Employers Charging The Overweight More For Health Insurance

More employers are penalizing overweight workers on insurance rates and benefits. We look at what’s fair and what’s coming.

In this Tuesday, July 24, 2012, photo, tire inspector Buddy Rice checks for defects in the tire verification area at a Michelin manufacturing plant in Greenville, S.C. (AP)

In this Tuesday, July 24, 2012, photo, tire inspector Buddy Rice checks for defects in the tire verification area at a Michelin manufacturing plant in Greenville, S.C. (AP)


Leslie Kwoh, management reporter for the Wall Street Journal. (@lesliekwoh)

Helen Darling, president of the National Business Group on Health. (@hdarlingnbgh)

Uwe Reinhardt, professor of political economy and professor of economics and public affairs at Princeton University’s Woodrow Wilson School of Public and International Affairs.

Listeners On The Debate

By Stefano Kotsonis

We looked at the growing trend of employers penalizing overweight employees.  To a radio producer, it’s a deliciously complicated debate.  To a citizen, devilishly complicated is more like it.   You can just imagine many a listener saying one moment, ‘We MUST do something about this obesity epidemic!’ and in the next be aghast at the idea that companies would take measures to do something about it.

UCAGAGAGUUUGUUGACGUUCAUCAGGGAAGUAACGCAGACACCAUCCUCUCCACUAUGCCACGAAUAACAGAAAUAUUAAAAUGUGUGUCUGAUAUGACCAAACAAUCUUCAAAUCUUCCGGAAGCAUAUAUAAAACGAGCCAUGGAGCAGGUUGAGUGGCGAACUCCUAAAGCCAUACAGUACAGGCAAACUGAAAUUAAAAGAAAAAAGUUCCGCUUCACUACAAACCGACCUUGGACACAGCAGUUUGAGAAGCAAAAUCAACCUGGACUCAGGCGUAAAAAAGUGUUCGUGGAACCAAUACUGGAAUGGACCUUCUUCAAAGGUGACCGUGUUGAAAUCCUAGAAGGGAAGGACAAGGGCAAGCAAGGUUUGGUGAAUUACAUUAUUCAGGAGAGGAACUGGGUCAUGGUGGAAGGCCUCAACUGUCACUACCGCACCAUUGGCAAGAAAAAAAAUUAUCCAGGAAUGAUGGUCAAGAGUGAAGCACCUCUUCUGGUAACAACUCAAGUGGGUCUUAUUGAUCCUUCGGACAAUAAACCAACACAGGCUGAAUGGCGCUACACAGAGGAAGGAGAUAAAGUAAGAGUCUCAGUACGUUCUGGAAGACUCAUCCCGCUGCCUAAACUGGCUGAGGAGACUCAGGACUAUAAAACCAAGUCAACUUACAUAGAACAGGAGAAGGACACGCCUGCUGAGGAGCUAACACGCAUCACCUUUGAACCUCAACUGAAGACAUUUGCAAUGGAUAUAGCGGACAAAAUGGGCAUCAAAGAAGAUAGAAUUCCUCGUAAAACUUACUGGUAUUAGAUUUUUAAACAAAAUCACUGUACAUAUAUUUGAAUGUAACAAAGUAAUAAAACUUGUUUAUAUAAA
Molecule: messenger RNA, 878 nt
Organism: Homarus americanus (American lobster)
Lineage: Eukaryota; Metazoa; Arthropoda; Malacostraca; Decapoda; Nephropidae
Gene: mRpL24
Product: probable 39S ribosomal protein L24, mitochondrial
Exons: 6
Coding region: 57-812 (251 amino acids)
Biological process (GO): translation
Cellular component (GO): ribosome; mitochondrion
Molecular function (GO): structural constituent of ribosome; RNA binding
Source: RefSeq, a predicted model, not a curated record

Here’s the story:

First comes word that Samoa Air will start charging its airline passengers by their weight to fly.  Then word that American employers are eyeing something similar for employees’ health insurance.  As health care and insurance costs rise, employers increasingly want to know your weight, your blood pressure, your glucose and cholesterol levels.  Six in ten, according to one survey, say they plan to impose penalties on employees who don’t take action to improve their health.  Does this sound fair?  Inevitable?  Wrong?  Is this the way to health?  To discrimination?

Listeners came down firmly in both camps.  Here’s listener/caller Ron from Sumter, SC:

“I’ve been waiting for this.  I’m a 53-year old nurse….Anyone who know me knows I run at work, I’ve been doing it all my life….High blood pressure is preventable.  We all absorb the cost of people who don’t stay fit.  I think it’s very selfish, especially in today’s climate with Medicare, all the changes.  If we had done this years ago, we would not have [this] dilemma in the health care industry.  The costs are so high now, it’s going to wipe out the system if we don’t do something.”

Caller Elizabeth says:

“It’s really important not to blame the victim…It’s a systemic, cultural problem.  If we want to save money, if insurance companies want to save money, why don’t they take some of the profits from Frito-Lay, from some of the advertising companies that literally shove this stuff, the sugars, the fats, down people’s throats?”

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